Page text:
Lecture in LSE

Introducing the David Graeber Memorial Lecture Series 

This Spring inaugurates our Annual David Graeber Memorial Lecture Series, bringing together David’s friends, collaborators, colleagues, and readers across international and disciplinary boundaries.

David saw anarchism as something you do, and not an identity. While ultimately rejecting the label “anarchist Anthropologist,” David nonetheless undertook a body of work in his lifetime that responds in a singular way to the oddities, contradictions, and limitations of bureaucracy and capitalism, often with a focus on those spaces outside capital domination. This can be seen from his early work in Fragments of an Anarchist Anthropology (2004), and Lost People: Magic and Legacy of Slavery in Madagascar (2007). But it is in the field where David formed the relationships and friendships for which he is so fondly remembered, blurring the lines between activism and academia. As much at home talking to Charlie Rose on PBS as he was addressing a general assembly at Occupy Wall Street, David became known as the one who popularized the guiding slogan of Occupy, “We are the 99 Percent!”

Through his activist involvement and a series of book-length works on historical anthropology, David still consistently managed a dizzying range of speaking engagements, even while becoming an academic-in-exile after a highly political departure from Yale University, followed by a stint at Goldsmiths (2008-2013), and finally a professorship at London School of Economics from 2013 onwards. His later publications delve into historical anthropology along with critiques of bureaucracy and managerialism, in Debt: The First 5000 Years (2015), The Utopia of Rules: on Technology, Stupidity, and Secret Joys of Bureaucracy (2015), and Bullshit Jobs: A Theory (2018). A posthumous collaboration with David Wengrow, The Dawn of Everything: A New History of Humanity is due out in late 2021.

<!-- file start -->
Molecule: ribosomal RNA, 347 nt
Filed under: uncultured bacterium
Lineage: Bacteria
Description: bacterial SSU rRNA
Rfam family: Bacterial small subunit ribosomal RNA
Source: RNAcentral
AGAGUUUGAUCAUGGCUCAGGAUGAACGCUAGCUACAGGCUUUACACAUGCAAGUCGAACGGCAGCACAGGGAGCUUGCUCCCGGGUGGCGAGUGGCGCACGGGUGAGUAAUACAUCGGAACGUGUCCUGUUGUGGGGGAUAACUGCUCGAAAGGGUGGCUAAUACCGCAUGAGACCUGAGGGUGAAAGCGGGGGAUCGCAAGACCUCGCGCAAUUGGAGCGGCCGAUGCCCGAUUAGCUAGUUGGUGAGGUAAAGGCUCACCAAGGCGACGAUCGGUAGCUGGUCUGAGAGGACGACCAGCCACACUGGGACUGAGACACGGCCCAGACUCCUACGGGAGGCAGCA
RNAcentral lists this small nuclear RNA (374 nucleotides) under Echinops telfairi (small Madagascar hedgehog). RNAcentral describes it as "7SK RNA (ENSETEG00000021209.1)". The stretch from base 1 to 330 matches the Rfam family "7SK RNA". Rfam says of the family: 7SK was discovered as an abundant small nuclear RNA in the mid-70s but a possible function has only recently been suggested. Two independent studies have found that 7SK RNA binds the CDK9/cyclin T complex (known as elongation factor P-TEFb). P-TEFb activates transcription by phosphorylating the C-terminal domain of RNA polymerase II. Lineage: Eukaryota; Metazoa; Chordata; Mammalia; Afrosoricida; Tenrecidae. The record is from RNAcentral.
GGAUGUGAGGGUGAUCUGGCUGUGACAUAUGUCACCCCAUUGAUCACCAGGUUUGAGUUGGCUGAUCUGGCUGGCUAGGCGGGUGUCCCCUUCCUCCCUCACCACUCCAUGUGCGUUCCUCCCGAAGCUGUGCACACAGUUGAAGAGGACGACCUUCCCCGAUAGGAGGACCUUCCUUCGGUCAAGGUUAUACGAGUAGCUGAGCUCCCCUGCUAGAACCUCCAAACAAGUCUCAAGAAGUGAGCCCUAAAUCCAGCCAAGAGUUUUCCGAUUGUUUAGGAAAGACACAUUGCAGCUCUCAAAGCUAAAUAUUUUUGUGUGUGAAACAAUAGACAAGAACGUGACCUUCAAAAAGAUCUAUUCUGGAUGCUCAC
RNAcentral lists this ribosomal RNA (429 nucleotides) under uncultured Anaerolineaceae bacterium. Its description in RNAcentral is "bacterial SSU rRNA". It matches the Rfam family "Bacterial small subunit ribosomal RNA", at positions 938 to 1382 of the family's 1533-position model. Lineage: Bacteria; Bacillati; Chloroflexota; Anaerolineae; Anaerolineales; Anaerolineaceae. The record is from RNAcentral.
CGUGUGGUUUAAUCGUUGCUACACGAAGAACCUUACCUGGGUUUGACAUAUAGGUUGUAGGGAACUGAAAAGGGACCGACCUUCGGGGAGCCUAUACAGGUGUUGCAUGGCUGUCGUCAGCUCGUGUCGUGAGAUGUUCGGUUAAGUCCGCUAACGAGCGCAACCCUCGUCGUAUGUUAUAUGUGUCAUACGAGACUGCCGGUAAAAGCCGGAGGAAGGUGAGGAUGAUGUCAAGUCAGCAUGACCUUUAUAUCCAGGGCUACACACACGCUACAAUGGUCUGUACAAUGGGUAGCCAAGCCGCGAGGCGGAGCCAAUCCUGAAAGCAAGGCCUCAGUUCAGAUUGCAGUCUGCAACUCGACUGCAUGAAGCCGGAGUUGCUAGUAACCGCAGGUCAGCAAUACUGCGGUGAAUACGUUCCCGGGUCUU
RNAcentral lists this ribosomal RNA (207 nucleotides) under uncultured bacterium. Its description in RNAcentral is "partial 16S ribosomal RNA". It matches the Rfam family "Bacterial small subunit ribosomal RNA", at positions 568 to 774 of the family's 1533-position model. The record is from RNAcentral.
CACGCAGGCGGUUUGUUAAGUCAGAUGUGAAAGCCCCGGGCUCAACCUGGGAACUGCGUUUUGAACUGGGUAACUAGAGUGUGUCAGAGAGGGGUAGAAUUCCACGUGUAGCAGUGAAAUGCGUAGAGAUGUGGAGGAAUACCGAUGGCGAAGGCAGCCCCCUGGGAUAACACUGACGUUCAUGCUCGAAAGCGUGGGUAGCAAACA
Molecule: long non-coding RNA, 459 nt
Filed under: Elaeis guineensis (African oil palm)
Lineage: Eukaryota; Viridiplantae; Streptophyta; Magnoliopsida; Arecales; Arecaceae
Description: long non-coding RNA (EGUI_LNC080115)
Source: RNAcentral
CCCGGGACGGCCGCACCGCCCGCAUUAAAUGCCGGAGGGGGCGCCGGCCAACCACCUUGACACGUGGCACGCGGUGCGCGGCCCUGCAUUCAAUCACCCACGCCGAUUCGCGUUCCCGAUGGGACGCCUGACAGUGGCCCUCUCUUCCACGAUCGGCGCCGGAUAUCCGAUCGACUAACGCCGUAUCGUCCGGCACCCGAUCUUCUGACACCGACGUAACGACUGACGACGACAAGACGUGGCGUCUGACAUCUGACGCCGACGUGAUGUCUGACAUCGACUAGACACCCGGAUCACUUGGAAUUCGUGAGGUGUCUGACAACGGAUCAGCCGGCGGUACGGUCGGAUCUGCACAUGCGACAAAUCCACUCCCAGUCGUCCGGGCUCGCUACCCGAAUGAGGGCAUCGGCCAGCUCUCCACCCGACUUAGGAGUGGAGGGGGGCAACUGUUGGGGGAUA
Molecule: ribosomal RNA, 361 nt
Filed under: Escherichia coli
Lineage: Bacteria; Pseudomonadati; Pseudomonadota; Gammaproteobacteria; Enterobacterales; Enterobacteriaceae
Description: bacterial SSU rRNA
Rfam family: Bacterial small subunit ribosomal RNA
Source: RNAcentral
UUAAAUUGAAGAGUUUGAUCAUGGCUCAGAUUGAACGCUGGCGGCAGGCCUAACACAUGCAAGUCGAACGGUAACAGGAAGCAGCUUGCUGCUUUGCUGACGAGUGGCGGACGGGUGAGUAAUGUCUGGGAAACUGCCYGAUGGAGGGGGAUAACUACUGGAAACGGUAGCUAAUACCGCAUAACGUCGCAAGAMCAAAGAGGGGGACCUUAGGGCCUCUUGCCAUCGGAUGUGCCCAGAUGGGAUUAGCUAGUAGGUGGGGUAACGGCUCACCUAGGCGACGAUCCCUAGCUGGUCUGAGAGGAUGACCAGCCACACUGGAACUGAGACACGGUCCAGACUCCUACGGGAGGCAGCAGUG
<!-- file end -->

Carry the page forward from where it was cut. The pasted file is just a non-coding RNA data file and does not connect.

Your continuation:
Care and freedom remained at the center of David’s work and thought. He believed that all revolutions are essentially moral transformations. It is in that spirit that we offer these memorial lectures, as a way of remaining in dialogue around ideas that are as much about future society as they are the present moment.

The David Graeber Memorial Lecture Series is a collaborative project of Anthropology and Social Change (CIIS),  The Institute for Humanities and Social Sciences (BUAP), The Élisabeth Bruyère School of Social Innovation (St. Paul University), and University of Rojava